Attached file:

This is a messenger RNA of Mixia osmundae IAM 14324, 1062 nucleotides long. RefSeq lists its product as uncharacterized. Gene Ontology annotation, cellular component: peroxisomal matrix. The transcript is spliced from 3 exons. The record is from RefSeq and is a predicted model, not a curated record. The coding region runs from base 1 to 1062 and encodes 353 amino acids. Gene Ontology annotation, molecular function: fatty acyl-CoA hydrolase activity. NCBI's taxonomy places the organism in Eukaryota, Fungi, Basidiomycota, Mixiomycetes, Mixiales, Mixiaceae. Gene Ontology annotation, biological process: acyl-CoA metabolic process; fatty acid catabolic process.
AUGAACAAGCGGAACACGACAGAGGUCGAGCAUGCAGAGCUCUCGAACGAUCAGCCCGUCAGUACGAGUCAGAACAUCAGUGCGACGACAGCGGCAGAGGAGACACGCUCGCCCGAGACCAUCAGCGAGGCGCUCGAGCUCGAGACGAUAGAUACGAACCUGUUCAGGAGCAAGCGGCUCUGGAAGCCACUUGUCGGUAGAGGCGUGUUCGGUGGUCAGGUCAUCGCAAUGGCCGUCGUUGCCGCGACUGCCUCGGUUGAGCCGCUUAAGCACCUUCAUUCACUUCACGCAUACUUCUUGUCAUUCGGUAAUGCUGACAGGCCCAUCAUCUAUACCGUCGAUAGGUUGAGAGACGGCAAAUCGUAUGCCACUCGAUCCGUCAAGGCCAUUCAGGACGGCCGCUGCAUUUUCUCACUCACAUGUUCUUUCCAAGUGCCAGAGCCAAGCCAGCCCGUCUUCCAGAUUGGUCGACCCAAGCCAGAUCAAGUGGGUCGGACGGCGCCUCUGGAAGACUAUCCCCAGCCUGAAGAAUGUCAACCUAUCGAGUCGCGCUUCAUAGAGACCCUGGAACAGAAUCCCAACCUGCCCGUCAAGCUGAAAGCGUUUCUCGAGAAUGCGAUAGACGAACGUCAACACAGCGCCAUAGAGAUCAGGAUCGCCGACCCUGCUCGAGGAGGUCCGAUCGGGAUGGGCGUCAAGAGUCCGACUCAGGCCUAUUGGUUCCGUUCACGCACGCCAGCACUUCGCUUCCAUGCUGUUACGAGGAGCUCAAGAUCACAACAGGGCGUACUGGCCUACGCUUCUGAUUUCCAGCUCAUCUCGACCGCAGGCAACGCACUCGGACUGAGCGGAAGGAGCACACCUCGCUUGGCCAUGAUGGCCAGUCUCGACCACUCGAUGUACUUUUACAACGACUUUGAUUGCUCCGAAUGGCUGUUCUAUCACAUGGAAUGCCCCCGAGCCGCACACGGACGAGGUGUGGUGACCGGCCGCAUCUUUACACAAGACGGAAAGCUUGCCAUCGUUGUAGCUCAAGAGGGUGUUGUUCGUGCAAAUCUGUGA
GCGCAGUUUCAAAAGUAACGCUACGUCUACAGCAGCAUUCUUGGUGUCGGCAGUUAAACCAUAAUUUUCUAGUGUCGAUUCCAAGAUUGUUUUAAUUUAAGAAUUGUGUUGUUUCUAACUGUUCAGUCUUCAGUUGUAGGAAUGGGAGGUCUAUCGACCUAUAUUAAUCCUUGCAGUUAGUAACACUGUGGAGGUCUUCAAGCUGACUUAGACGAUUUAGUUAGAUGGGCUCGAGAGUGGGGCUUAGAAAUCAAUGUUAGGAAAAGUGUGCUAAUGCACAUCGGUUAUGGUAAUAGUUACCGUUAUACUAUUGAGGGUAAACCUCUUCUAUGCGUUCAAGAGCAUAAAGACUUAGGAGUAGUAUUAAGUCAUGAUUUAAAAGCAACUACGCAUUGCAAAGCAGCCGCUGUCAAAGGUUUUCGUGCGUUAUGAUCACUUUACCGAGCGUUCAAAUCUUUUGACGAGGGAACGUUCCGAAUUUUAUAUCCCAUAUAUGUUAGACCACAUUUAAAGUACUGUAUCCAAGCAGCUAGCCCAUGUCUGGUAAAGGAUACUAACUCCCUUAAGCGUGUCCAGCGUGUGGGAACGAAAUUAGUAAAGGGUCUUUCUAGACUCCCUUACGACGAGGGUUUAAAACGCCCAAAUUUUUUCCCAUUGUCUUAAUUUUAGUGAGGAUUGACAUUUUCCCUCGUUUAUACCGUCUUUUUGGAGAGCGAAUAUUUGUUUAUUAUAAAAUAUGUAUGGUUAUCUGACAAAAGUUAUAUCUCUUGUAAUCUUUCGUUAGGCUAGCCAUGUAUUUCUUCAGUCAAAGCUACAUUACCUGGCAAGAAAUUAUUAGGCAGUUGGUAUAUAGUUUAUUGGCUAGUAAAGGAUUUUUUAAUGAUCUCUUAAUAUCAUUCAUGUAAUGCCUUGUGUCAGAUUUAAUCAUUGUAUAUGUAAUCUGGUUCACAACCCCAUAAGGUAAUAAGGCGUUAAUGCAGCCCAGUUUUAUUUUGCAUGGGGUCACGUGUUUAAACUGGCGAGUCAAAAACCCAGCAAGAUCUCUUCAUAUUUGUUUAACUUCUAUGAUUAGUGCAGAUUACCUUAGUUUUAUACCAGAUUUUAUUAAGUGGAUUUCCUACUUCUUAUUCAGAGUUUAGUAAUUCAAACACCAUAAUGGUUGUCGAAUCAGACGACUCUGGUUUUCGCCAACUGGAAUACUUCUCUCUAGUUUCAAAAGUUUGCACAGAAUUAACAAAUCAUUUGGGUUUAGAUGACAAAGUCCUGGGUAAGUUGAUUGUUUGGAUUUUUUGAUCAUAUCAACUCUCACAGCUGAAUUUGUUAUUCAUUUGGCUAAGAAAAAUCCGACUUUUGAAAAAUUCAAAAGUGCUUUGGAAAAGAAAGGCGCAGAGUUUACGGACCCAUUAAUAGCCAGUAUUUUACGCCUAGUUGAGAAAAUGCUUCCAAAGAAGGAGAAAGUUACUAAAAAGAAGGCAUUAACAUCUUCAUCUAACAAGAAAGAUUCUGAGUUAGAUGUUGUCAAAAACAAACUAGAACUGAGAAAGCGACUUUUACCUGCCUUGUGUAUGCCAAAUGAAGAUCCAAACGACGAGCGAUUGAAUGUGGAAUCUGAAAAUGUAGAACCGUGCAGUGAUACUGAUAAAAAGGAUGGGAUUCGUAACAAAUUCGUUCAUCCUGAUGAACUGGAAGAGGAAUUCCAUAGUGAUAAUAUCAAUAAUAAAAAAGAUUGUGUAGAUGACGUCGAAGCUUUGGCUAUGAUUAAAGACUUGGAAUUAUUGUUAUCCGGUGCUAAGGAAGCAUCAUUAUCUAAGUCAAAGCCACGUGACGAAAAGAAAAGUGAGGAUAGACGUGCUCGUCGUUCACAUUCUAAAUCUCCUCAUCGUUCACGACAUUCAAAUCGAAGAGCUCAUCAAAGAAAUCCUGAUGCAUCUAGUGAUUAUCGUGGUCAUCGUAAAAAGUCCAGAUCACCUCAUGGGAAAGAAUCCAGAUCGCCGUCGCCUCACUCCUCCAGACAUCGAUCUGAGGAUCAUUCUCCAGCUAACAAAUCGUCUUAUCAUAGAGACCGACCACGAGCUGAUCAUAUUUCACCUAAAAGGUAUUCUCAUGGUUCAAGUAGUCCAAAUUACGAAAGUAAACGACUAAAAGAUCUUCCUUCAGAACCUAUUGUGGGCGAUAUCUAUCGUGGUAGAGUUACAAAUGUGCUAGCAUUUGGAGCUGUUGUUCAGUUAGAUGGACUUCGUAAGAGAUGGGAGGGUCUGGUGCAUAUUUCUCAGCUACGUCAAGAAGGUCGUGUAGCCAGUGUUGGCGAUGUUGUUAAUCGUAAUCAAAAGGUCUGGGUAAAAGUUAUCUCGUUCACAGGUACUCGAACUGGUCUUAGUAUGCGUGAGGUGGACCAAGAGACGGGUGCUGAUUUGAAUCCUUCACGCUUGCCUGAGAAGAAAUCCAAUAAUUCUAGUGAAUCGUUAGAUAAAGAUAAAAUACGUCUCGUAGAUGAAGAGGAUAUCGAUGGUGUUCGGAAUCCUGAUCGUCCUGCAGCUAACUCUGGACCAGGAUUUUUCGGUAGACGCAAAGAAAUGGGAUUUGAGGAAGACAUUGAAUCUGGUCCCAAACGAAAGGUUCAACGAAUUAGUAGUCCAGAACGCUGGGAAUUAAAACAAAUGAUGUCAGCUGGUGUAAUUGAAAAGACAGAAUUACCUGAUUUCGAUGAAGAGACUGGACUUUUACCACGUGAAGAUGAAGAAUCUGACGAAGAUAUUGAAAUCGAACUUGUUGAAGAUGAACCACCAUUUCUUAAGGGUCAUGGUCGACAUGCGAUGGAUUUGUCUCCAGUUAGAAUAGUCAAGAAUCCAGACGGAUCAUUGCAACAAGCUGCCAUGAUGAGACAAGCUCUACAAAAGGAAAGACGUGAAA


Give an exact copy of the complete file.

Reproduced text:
This is a messenger RNA of Mixia osmundae IAM 14324, 1062 nucleotides long. RefSeq lists its product as uncharacterized. Gene Ontology annotation, cellular component: peroxisomal matrix. The transcript is spliced from 3 exons. The record is from RefSeq and is a predicted model, not a curated record. The coding region runs from base 1 to 1062 and encodes 353 amino acids. Gene Ontology annotation, molecular function: fatty acyl-CoA hydrolase activity. NCBI's taxonomy places the organism in Eukaryota, Fungi, Basidiomycota, Mixiomycetes, Mixiales, Mixiaceae. Gene Ontology annotation, biological process: acyl-CoA metabolic process; fatty acid catabolic process.
AUGAACAAGCGGAACACGACAGAGGUCGAGCAUGCAGAGCUCUCGAACGAUCAGCCCGUCAGUACGAGUCAGAACAUCAGUGCGACGACAGCGGCAGAGGAGACACGCUCGCCCGAGACCAUCAGCGAGGCGCUCGAGCUCGAGACGAUAGAUACGAACCUGUUCAGGAGCAAGCGGCUCUGGAAGCCACUUGUCGGUAGAGGCGUGUUCGGUGGUCAGGUCAUCGCAAUGGCCGUCGUUGCCGCGACUGCCUCGGUUGAGCCGCUUAAGCACCUUCAUUCACUUCACGCAUACUUCUUGUCAUUCGGUAAUGCUGACAGGCCCAUCAUCUAUACCGUCGAUAGGUUGAGAGACGGCAAAUCGUAUGCCACUCGAUCCGUCAAGGCCAUUCAGGACGGCCGCUGCAUUUUCUCACUCACAUGUUCUUUCCAAGUGCCAGAGCCAAGCCAGCCCGUCUUCCAGAUUGGUCGACCCAAGCCAGAUCAAGUGGGUCGGACGGCGCCUCUGGAAGACUAUCCCCAGCCUGAAGAAUGUCAACCUAUCGAGUCGCGCUUCAUAGAGACCCUGGAACAGAAUCCCAACCUGCCCGUCAAGCUGAAAGCGUUUCUCGAGAAUGCGAUAGACGAACGUCAACACAGCGCCAUAGAGAUCAGGAUCGCCGACCCUGCUCGAGGAGGUCCGAUCGGGAUGGGCGUCAAGAGUCCGACUCAGGCCUAUUGGUUCCGUUCACGCACGCCAGCACUUCGCUUCCAUGCUGUUACGAGGAGCUCAAGAUCACAACAGGGCGUACUGGCCUACGCUUCUGAUUUCCAGCUCAUCUCGACCGCAGGCAACGCACUCGGACUGAGCGGAAGGAGCACACCUCGCUUGGCCAUGAUGGCCAGUCUCGACCACUCGAUGUACUUUUACAACGACUUUGAUUGCUCCGAAUGGCUGUUCUAUCACAUGGAAUGCCCCCGAGCCGCACACGGACGAGGUGUGGUGACCGGCCGCAUCUUUACACAAGACGGAAAGCUUGCCAUCGUUGUAGCUCAAGAGGGUGUUGUUCGUGCAAAUCUGUGA
GCGCAGUUUCAAAAGUAACGCUACGUCUACAGCAGCAUUCUUGGUGUCGGCAGUUAAACCAUAAUUUUCUAGUGUCGAUUCCAAGAUUGUUUUAAUUUAAGAAUUGUGUUGUUUCUAACUGUUCAGUCUUCAGUUGUAGGAAUGGGAGGUCUAUCGACCUAUAUUAAUCCUUGCAGUUAGUAACACUGUGGAGGUCUUCAAGCUGACUUAGACGAUUUAGUUAGAUGGGCUCGAGAGUGGGGCUUAGAAAUCAAUGUUAGGAAAAGUGUGCUAAUGCACAUCGGUUAUGGUAAUAGUUACCGUUAUACUAUUGAGGGUAAACCUCUUCUAUGCGUUCAAGAGCAUAAAGACUUAGGAGUAGUAUUAAGUCAUGAUUUAAAAGCAACUACGCAUUGCAAAGCAGCCGCUGUCAAAGGUUUUCGUGCGUUAUGAUCACUUUACCGAGCGUUCAAAUCUUUUGACGAGGGAACGUUCCGAAUUUUAUAUCCCAUAUAUGUUAGACCACAUUUAAAGUACUGUAUCCAAGCAGCUAGCCCAUGUCUGGUAAAGGAUACUAACUCCCUUAAGCGUGUCCAGCGUGUGGGAACGAAAUUAGUAAAGGGUCUUUCUAGACUCCCUUACGACGAGGGUUUAAAACGCCCAAAUUUUUUCCCAUUGUCUUAAUUUUAGUGAGGAUUGACAUUUUCCCUCGUUUAUACCGUCUUUUUGGAGAGCGAAUAUUUGUUUAUUAUAAAAUAUGUAUGGUUAUCUGACAAAAGUUAUAUCUCUUGUAAUCUUUCGUUAGGCUAGCCAUGUAUUUCUUCAGUCAAAGCUACAUUACCUGGCAAGAAAUUAUUAGGCAGUUGGUAUAUAGUUUAUUGGCUAGUAAAGGAUUUUUUAAUGAUCUCUUAAUAUCAUUCAUGUAAUGCCUUGUGUCAGAUUUAAUCAUUGUAUAUGUAAUCUGGUUCACAACCCCAUAAGGUAAUAAGGCGUUAAUGCAGCCCAGUUUUAUUUUGCAUGGGGUCACGUGUUUAAACUGGCGAGUCAAAAACCCAGCAAGAUCUCUUCAUAUUUGUUUAACUUCUAUGAUUAGUGCAGAUUACCUUAGUUUUAUACCAGAUUUUAUUAAGUGGAUUUCCUACUUCUUAUUCAGAGUUUAGUAAUUCAAACACCAUAAUGGUUGUCGAAUCAGACGACUCUGGUUUUCGCCAACUGGAAUACUUCUCUCUAGUUUCAAAAGUUUGCACAGAAUUAACAAAUCAUUUGGGUUUAGAUGACAAAGUCCUGGGUAAGUUGAUUGUUUGGAUUUUUUGAUCAUAUCAACUCUCACAGCUGAAUUUGUUAUUCAUUUGGCUAAGAAAAAUCCGACUUUUGAAAAAUUCAAAAGUGCUUUGGAAAAGAAAGGCGCAGAGUUUACGGACCCAUUAAUAGCCAGUAUUUUACGCCUAGUUGAGAAAAUGCUUCCAAAGAAGGAGAAAGUUACUAAAAAGAAGGCAUUAACAUCUUCAUCUAACAAGAAAGAUUCUGAGUUAGAUGUUGUCAAAAACAAACUAGAACUGAGAAAGCGACUUUUACCUGCCUUGUGUAUGCCAAAUGAAGAUCCAAACGACGAGCGAUUGAAUGUGGAAUCUGAAAAUGUAGAACCGUGCAGUGAUACUGAUAAAAAGGAUGGGAUUCGUAACAAAUUCGUUCAUCCUGAUGAACUGGAAGAGGAAUUCCAUAGUGAUAAUAUCAAUAAUAAAAAAGAUUGUGUAGAUGACGUCGAAGCUUUGGCUAUGAUUAAAGACUUGGAAUUAUUGUUAUCCGGUGCUAAGGAAGCAUCAUUAUCUAAGUCAAAGCCACGUGACGAAAAGAAAAGUGAGGAUAGACGUGCUCGUCGUUCACAUUCUAAAUCUCCUCAUCGUUCACGACAUUCAAAUCGAAGAGCUCAUCAAAGAAAUCCUGAUGCAUCUAGUGAUUAUCGUGGUCAUCGUAAAAAGUCCAGAUCACCUCAUGGGAAAGAAUCCAGAUCGCCGUCGCCUCACUCCUCCAGACAUCGAUCUGAGGAUCAUUCUCCAGCUAACAAAUCGUCUUAUCAUAGAGACCGACCACGAGCUGAUCAUAUUUCACCUAAAAGGUAUUCUCAUGGUUCAAGUAGUCCAAAUUACGAAAGUAAACGACUAAAAGAUCUUCCUUCAGAACCUAUUGUGGGCGAUAUCUAUCGUGGUAGAGUUACAAAUGUGCUAGCAUUUGGAGCUGUUGUUCAGUUAGAUGGACUUCGUAAGAGAUGGGAGGGUCUGGUGCAUAUUUCUCAGCUACGUCAAGAAGGUCGUGUAGCCAGUGUUGGCGAUGUUGUUAAUCGUAAUCAAAAGGUCUGGGUAAAAGUUAUCUCGUUCACAGGUACUCGAACUGGUCUUAGUAUGCGUGAGGUGGACCAAGAGACGGGUGCUGAUUUGAAUCCUUCACGCUUGCCUGAGAAGAAAUCCAAUAAUUCUAGUGAAUCGUUAGAUAAAGAUAAAAUACGUCUCGUAGAUGAAGAGGAUAUCGAUGGUGUUCGGAAUCCUGAUCGUCCUGCAGCUAACUCUGGACCAGGAUUUUUCGGUAGACGCAAAGAAAUGGGAUUUGAGGAAGACAUUGAAUCUGGUCCCAAACGAAAGGUUCAACGAAUUAGUAGUCCAGAACGCUGGGAAUUAAAACAAAUGAUGUCAGCUGGUGUAAUUGAAAAGACAGAAUUACCUGAUUUCGAUGAAGAGACUGGACUUUUACCACGUGAAGAUGAAGAAUCUGACGAAGAUAUUGAAAUCGAACUUGUUGAAGAUGAACCACCAUUUCUUAAGGGUCAUGGUCGACAUGCGAUGGAUUUGUCUCCAGUUAGAAUAGUCAAGAAUCCAGACGGAUCAUUGCAACAAGCUGCCAUGAUGAGACAAGCUCUACAAAAGGAAAGACGUGAAA